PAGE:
- Poor posture, muscle imbalances, weakness and misalignments
- Muscle strains
- Poor sleeping positions
So, its important to remember that even the slightest of changes in your posture, eye level and mobility can make the biggest of impacts, recaps Dr. Delavaux. But as always, the best way to move forward is with an open and honest dialogue and evaluation with your health care team to create your personalized care plan.
What Causes Shoulder Pain From Sitting At A Desk
Americans sit at desks more than any time in history, and we are paying the price physically.
Shoulder and back muscles are often weaker than our frontal body muscles because of:
- Extended sitting
- Repeated phone use
- Sedentary lifestyles
All of these are factors that keep the rotator cuff in the shoulder from properly working, resulting in strain and discomfort.
In addition, repetitive strain injury , also known as cumulative trauma disorder, can be a cause of chronic shoulder pain. This condition is caused by frequent, extended, and repetitive movements that can put pressure on the tendons and muscles of the upper body.
Some common movements that can cause RSI include:
- Typing on a computer
- Using a computer mouse
- Awkward posture or sitting position
Shoulder pain from sitting at a desk can also be masked by neck or back pain. Thats why its extremely important to have a proper assessment to find out where the pain is coming from.
The physical therapists at PRO~PT are specially trained to perform a proper and thorough assessment to determine what is causing your pain. Treating the and not just the location will give you the lasting relief you are longing for.
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Stretches That Can Help Ease Back Or Neck Pain
- Butterfly Wing Stretch
- Begin with hands behind your head and elbows out to the side. Slowly bring elbows toward the center while keeping hands on head and then return to starting position while also squeezing shoulder blades together. Then repeat. You should feel a stretch across your chest with elbows apart and may feel a stretch in mid back with elbows together. Remember to keep your shoulders down. Hold each position for 5-10 seconds and repeat 10 repetitions each direction.
- Chin Tuck
- Begin by sitting up straight. While keeping eyes level with horizon, pull chin back underneath your head. You may feel a stretch in back of neck near the base of your skull. Hold position for 5-10 seconds then relax. Perform 10 repetitions.
- Cat/Camel Stretches
- Begin on hands and knees with hands under your shoulders and knees under hips. Try to arch your back up toward the ceiling, then reverse by trying to sag your back toward the floor. Try to feel the movement throughout your entire spine. Perform 10-20 repetitions. Movement should be slow and controlled.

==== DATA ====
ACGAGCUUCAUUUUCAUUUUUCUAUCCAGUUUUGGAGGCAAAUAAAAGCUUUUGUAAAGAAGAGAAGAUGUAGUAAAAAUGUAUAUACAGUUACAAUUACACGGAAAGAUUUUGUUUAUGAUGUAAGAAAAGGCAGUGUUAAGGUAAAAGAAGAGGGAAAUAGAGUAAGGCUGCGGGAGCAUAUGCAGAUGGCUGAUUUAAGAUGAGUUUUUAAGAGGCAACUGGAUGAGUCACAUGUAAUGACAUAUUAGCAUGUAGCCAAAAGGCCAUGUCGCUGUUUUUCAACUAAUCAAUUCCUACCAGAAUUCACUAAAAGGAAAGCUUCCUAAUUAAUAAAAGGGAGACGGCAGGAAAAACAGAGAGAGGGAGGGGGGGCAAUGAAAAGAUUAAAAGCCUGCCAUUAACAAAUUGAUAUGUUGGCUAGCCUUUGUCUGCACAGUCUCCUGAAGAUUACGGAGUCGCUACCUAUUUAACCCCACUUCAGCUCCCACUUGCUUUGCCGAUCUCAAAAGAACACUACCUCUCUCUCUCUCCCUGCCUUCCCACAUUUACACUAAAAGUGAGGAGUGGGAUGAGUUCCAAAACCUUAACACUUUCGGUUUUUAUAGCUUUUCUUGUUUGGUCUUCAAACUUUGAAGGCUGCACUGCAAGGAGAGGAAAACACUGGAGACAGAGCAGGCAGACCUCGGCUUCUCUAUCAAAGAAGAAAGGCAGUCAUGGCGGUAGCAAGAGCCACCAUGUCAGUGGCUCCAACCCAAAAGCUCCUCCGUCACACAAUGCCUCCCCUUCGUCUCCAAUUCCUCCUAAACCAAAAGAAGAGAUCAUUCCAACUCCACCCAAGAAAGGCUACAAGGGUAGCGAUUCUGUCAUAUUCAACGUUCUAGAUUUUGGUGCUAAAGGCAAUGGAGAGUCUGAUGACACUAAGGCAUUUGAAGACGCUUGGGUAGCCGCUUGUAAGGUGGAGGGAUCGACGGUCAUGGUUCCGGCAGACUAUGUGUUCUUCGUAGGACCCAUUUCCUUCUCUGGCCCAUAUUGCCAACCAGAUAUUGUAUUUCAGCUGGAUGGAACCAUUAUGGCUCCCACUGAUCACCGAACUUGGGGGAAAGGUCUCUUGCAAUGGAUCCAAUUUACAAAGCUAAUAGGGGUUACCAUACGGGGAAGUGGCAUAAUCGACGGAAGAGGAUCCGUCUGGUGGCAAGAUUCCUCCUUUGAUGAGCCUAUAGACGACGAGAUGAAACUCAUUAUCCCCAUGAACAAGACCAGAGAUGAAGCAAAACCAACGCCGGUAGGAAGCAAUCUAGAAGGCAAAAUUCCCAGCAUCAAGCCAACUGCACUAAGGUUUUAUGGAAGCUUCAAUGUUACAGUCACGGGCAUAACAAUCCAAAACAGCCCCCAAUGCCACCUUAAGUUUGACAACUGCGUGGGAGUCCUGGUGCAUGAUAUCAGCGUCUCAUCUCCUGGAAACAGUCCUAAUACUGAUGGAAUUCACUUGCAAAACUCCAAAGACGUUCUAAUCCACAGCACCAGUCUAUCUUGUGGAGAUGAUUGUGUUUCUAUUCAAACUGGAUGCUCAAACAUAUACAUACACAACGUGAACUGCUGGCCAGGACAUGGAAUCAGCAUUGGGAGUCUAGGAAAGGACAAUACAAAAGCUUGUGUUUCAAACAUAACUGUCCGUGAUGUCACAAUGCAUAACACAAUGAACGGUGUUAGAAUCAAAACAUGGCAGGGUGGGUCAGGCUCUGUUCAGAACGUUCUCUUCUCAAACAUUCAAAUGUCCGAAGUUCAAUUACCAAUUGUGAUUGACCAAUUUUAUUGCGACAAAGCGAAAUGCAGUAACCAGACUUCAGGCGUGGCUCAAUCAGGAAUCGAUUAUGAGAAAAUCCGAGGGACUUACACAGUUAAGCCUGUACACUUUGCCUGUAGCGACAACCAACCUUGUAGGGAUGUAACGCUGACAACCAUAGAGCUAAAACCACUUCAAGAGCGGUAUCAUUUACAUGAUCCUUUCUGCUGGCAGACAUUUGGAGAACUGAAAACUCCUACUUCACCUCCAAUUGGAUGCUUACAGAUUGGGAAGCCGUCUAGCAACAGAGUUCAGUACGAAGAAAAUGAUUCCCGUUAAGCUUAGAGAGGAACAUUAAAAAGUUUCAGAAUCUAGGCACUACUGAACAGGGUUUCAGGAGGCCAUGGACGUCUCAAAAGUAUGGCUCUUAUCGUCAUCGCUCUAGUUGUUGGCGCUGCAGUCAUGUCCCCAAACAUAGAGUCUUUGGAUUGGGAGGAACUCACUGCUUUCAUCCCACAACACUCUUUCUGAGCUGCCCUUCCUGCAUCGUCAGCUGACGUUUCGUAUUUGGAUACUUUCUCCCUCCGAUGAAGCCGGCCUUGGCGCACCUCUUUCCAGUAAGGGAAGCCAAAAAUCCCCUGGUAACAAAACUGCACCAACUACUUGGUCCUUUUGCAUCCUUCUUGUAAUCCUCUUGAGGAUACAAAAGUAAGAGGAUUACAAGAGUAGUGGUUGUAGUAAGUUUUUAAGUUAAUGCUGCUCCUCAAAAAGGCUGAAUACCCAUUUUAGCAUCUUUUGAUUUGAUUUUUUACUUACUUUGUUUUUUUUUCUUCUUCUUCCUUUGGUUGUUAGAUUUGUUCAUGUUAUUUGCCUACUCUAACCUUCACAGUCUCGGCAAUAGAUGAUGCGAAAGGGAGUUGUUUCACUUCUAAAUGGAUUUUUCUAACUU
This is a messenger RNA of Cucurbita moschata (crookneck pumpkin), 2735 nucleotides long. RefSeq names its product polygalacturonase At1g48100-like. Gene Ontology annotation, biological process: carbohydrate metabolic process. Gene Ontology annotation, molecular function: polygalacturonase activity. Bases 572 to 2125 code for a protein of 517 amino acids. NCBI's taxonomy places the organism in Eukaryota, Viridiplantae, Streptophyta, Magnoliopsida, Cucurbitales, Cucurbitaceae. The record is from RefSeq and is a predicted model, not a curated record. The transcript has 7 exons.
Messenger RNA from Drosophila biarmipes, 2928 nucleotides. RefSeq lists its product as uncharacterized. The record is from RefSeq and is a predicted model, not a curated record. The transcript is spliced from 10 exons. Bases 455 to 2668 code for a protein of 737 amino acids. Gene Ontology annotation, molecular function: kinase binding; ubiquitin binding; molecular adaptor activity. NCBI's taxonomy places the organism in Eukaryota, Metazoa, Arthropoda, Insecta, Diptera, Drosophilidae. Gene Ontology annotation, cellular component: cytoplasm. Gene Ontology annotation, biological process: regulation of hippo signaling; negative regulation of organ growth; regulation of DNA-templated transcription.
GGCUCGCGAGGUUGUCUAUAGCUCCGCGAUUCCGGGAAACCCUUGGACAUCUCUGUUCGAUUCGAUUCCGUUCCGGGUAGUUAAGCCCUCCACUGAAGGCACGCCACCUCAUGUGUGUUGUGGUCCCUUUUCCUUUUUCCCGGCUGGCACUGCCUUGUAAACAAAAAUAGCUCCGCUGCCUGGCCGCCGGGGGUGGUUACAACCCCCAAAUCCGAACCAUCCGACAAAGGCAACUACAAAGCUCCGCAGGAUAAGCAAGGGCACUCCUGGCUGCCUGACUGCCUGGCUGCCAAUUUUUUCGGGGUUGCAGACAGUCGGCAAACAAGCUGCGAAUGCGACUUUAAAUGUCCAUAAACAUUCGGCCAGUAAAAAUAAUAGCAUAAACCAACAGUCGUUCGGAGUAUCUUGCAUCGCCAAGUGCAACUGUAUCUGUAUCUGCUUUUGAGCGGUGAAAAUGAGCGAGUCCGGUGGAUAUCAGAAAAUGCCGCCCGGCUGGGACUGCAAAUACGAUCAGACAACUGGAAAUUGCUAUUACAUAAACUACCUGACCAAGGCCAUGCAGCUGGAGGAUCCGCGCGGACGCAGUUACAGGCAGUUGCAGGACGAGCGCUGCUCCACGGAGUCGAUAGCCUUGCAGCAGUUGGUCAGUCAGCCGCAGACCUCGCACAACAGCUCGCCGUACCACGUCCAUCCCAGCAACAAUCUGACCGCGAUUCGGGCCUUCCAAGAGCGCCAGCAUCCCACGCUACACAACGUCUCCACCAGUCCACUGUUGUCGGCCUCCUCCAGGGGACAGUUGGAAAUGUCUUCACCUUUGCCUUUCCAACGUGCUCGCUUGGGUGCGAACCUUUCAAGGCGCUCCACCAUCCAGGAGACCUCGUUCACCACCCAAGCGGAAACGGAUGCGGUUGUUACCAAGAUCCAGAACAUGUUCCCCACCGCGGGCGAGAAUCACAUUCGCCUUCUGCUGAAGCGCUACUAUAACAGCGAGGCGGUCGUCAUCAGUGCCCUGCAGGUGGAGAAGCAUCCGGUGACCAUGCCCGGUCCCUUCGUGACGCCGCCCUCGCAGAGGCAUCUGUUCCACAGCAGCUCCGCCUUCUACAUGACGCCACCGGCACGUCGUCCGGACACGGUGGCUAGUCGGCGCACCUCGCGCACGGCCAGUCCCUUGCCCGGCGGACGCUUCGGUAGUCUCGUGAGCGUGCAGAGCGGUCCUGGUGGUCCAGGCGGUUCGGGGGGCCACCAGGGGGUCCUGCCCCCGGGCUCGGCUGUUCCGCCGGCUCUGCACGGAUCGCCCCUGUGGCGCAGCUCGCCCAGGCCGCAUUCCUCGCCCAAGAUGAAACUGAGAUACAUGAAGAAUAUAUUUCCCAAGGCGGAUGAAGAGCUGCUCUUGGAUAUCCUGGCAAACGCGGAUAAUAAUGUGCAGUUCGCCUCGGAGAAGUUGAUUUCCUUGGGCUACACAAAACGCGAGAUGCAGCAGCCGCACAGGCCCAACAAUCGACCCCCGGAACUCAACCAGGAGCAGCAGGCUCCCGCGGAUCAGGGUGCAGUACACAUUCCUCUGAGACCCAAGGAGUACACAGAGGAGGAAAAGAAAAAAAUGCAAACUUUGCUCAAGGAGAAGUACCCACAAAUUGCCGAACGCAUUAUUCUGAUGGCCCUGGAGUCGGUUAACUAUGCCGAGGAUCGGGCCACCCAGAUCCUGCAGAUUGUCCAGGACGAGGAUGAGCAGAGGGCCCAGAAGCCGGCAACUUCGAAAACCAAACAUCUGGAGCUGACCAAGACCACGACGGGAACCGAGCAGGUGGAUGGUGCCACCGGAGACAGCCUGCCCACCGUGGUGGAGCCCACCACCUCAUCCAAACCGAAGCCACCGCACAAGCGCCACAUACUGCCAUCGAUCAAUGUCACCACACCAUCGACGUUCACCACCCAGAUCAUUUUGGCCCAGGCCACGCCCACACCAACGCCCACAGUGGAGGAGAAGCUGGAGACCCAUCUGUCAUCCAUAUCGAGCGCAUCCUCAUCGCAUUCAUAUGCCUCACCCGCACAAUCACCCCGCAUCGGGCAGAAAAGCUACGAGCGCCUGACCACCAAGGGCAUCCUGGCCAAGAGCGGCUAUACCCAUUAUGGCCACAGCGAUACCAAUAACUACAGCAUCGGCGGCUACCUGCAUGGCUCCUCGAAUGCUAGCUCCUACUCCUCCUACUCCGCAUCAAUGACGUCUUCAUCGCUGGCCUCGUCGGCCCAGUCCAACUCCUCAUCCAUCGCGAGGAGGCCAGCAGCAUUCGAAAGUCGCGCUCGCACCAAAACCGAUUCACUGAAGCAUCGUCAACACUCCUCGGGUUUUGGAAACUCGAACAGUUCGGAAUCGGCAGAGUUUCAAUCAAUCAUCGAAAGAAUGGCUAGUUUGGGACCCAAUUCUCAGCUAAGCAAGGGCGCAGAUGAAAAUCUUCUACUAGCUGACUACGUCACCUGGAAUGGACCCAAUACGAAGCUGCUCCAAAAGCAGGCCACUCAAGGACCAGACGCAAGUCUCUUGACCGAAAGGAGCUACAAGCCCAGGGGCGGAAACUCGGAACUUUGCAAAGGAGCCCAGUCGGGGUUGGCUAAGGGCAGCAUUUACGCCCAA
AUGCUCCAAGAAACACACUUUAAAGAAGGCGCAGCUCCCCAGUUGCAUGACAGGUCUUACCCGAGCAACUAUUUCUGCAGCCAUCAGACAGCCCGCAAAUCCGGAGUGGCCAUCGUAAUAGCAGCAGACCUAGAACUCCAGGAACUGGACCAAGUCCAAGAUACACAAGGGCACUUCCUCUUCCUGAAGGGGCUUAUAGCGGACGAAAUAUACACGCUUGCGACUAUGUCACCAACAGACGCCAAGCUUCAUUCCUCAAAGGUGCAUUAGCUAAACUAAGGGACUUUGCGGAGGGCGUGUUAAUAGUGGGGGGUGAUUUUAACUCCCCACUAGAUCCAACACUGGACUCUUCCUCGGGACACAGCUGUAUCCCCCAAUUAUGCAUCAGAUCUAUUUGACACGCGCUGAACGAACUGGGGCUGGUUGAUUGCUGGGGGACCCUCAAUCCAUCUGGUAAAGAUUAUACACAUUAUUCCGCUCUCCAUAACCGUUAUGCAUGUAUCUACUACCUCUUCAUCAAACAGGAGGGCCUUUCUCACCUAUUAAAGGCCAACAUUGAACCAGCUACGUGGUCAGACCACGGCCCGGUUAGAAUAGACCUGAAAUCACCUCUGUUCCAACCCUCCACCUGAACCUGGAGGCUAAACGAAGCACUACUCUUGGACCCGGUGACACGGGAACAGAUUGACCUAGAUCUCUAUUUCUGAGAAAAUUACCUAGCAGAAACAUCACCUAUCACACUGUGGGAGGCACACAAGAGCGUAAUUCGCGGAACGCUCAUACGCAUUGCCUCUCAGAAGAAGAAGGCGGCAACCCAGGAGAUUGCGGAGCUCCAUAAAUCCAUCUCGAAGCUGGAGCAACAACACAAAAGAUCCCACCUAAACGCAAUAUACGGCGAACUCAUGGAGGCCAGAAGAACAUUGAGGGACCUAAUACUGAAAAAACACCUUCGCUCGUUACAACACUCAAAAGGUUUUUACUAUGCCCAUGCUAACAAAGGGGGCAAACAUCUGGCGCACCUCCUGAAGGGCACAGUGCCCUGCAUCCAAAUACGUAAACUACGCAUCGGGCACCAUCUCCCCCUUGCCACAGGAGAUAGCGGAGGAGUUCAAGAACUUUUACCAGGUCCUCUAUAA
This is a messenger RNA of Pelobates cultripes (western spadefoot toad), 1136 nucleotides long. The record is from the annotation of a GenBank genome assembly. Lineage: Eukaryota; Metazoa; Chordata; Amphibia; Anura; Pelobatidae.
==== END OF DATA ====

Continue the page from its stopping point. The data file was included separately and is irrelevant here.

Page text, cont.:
- Lower Body Rotation
- Begin lying on your back with knees bent and feet flat on floor. Keep shoulders and upper back flat on floor while allowing both knees to fall to the side. Only rotate your knees to a comfortable position or stretch and hold for 2-3 breaths then switch knees to opposite side. Perform 10 repetitions to each side. A gentle stretch should be felt in your lower back during this exercise.
Set Up Your Desk Properly
Most homes are not set up to have child size desks available. When picking your area for e-learning, make sure it is the appropriate size for your child. Sit with feet flat on the floor and pick a stable surface to sit on. Adjust the height of your desk or table so the child can look straight ahead at the computer screen. You can use a stack of books to raise the height of the laptop. Try to have forearms, chin and thighs all be in flat lines when sitting at your designated desk space.
Example of setting up your childs desk
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Adjust Your Monitor Height
For students that spend a lot of time at a computer, using a monitor that is positioned too high increases their likelihood of neck pain. Ideally, the top of the computer screen should be the same height as your eyes. Continually looking at a monitor higher than your eyes could prove to be a pain in the neck!
Many of us feel that studying is a pain in the neck. But, with a few simple changes, it doesnt have to result in a pain in the neck!
Dr K Daniel Riew On Technology
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You see it everywhere. In homes and offices, while walking down the street, riding the bus, or standing in line. Tech neck, the act of stressing muscles while using phones, tablets, and computers, resulting in neck and shoulder pain, stiffness, and soreness, is a problem thats getting worse.
Last year, Americans spent a daily average of 5 hours and 53 minutes with digital media, including 3 hours, 17 minutes a day on non-voice activities on mobile devices a jump of more than an hour since 2013, according to eMarketer.
The result? Headaches, neck spasms, and creaky shoulder joints, caused by holding ones neck still for long periods, says K. Daniel Riew, M.D., director of cervical spine surgery and co-director of spine surgery in the department of orthopedic surgery at the NewYork-Presbyterian Och Spine Hospital. Here, Dr. Riew breaks down the causes and symptoms of tech neck and offers ways to correctly and safely align the body while using mobile phones, computers, and other digital media devices.
So how should you sit? A better way to sit is with the chair reclining 25-30 degrees with a good lumbar support to prevent slouching. In this position, the discs in the back, as well as the neck, are subjected to much lower forces than in an upright position, and the muscles in the back of the neck no longer have to contract to hold your head up.
Dr. K. Daniel Riew